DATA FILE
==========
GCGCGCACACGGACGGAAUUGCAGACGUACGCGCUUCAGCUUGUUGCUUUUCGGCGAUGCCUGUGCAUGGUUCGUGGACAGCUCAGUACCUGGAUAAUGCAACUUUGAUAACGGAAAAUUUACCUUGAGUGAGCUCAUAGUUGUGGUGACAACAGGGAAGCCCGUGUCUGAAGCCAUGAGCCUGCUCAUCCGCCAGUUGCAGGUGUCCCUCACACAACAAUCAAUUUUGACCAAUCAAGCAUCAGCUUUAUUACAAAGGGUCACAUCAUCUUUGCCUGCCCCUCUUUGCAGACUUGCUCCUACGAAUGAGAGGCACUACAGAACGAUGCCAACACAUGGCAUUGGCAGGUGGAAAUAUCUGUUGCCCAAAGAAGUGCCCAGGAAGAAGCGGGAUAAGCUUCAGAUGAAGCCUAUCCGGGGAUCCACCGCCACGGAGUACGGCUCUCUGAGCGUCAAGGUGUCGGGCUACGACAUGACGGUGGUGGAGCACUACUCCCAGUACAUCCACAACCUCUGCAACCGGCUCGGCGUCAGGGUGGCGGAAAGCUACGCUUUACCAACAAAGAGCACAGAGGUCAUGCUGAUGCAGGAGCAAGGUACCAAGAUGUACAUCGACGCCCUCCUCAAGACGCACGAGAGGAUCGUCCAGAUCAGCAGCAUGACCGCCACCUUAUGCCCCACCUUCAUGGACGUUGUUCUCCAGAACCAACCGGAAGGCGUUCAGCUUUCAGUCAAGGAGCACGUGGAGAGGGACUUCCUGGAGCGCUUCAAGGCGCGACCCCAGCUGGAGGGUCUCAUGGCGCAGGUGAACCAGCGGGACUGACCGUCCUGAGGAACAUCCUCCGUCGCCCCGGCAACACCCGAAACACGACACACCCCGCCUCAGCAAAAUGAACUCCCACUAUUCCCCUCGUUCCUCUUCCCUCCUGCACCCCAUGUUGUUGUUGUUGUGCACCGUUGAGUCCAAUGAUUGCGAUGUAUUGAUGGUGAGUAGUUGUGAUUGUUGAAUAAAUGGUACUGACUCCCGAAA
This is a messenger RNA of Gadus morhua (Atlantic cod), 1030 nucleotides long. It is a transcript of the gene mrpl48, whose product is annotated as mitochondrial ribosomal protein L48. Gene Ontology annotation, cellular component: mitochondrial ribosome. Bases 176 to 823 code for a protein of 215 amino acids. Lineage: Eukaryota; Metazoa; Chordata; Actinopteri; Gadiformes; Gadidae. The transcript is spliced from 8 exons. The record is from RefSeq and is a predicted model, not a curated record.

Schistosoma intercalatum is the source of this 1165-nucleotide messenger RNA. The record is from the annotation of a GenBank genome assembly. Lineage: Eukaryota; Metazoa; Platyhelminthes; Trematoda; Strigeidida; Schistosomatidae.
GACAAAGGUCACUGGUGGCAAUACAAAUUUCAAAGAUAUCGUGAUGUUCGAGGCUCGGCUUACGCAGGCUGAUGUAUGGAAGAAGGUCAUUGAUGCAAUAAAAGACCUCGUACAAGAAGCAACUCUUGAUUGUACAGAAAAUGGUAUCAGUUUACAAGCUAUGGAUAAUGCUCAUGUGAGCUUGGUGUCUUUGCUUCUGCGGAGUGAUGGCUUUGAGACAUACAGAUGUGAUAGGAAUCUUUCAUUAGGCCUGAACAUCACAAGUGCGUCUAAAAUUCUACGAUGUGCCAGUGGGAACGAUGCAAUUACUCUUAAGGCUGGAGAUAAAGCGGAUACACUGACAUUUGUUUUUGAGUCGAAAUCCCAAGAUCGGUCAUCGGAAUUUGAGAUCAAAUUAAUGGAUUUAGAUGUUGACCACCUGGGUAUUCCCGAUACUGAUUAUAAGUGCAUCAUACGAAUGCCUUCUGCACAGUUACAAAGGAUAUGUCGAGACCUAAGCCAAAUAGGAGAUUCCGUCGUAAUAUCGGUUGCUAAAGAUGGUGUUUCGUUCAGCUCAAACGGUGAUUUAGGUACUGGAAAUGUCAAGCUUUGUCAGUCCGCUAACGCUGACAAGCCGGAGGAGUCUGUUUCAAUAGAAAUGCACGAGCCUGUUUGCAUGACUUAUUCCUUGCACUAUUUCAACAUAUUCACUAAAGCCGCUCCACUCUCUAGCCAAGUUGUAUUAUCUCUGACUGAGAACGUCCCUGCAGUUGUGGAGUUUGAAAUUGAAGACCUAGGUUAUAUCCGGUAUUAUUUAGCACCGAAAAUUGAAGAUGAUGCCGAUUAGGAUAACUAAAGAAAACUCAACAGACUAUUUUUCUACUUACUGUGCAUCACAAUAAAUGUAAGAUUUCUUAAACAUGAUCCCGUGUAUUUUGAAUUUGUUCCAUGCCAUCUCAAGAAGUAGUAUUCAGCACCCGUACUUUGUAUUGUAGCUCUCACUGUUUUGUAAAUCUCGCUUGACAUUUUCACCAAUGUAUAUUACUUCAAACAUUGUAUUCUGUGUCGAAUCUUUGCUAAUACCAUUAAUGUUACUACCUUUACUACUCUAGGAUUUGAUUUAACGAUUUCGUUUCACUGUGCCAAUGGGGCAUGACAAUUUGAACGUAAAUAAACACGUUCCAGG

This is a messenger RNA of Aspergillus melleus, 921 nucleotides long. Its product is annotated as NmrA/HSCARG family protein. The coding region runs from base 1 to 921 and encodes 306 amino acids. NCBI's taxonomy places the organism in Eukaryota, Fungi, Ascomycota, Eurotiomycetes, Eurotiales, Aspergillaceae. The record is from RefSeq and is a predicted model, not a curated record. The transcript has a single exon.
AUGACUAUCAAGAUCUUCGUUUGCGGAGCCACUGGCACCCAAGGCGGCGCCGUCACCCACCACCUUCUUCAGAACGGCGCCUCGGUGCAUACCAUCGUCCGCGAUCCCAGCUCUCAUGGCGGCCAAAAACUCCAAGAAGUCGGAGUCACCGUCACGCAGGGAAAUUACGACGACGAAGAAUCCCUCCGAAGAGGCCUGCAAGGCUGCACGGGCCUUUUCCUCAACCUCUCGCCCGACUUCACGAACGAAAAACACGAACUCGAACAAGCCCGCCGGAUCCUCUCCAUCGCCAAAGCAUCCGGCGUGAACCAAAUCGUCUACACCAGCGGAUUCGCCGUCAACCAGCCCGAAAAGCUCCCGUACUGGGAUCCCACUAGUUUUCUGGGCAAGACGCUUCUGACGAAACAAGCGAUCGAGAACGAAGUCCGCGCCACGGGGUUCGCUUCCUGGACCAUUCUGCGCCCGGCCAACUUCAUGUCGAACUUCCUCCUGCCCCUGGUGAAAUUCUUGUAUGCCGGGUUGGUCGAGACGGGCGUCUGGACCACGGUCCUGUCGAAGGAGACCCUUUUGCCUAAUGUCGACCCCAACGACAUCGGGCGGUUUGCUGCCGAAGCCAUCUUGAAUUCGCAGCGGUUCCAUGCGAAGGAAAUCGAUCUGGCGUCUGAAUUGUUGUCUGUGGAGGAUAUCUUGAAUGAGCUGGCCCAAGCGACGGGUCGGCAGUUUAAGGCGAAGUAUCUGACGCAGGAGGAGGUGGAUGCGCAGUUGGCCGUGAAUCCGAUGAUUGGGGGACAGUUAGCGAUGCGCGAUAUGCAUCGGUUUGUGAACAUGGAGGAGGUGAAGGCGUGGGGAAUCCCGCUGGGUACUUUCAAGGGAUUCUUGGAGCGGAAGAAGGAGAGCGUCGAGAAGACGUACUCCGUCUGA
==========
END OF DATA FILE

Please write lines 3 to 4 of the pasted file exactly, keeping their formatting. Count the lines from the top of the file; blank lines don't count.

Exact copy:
Schistosoma intercalatum is the source of this 1165-nucleotide messenger RNA. The record is from the annotation of a GenBank genome assembly. Lineage: Eukaryota; Metazoa; Platyhelminthes; Trematoda; Strigeidida; Schistosomatidae.
GACAAAGGUCACUGGUGGCAAUACAAAUUUCAAAGAUAUCGUGAUGUUCGAGGCUCGGCUUACGCAGGCUGAUGUAUGGAAGAAGGUCAUUGAUGCAAUAAAAGACCUCGUACAAGAAGCAACUCUUGAUUGUACAGAAAAUGGUAUCAGUUUACAAGCUAUGGAUAAUGCUCAUGUGAGCUUGGUGUCUUUGCUUCUGCGGAGUGAUGGCUUUGAGACAUACAGAUGUGAUAGGAAUCUUUCAUUAGGCCUGAACAUCACAAGUGCGUCUAAAAUUCUACGAUGUGCCAGUGGGAACGAUGCAAUUACUCUUAAGGCUGGAGAUAAAGCGGAUACACUGACAUUUGUUUUUGAGUCGAAAUCCCAAGAUCGGUCAUCGGAAUUUGAGAUCAAAUUAAUGGAUUUAGAUGUUGACCACCUGGGUAUUCCCGAUACUGAUUAUAAGUGCAUCAUACGAAUGCCUUCUGCACAGUUACAAAGGAUAUGUCGAGACCUAAGCCAAAUAGGAGAUUCCGUCGUAAUAUCGGUUGCUAAAGAUGGUGUUUCGUUCAGCUCAAACGGUGAUUUAGGUACUGGAAAUGUCAAGCUUUGUCAGUCCGCUAACGCUGACAAGCCGGAGGAGUCUGUUUCAAUAGAAAUGCACGAGCCUGUUUGCAUGACUUAUUCCUUGCACUAUUUCAACAUAUUCACUAAAGCCGCUCCACUCUCUAGCCAAGUUGUAUUAUCUCUGACUGAGAACGUCCCUGCAGUUGUGGAGUUUGAAAUUGAAGACCUAGGUUAUAUCCGGUAUUAUUUAGCACCGAAAAUUGAAGAUGAUGCCGAUUAGGAUAACUAAAGAAAACUCAACAGACUAUUUUUCUACUUACUGUGCAUCACAAUAAAUGUAAGAUUUCUUAAACAUGAUCCCGUGUAUUUUGAAUUUGUUCCAUGCCAUCUCAAGAAGUAGUAUUCAGCACCCGUACUUUGUAUUGUAGCUCUCACUGUUUUGUAAAUCUCGCUUGACAUUUUCACCAAUGUAUAUUACUUCAAACAUUGUAUUCUGUGUCGAAUCUUUGCUAAUACCAUUAAUGUUACUACCUUUACUACUCUAGGAUUUGAUUUAACGAUUUCGUUUCACUGUGCCAAUGGGGCAUGACAAUUUGAACGUAAAUAAACACGUUCCAGG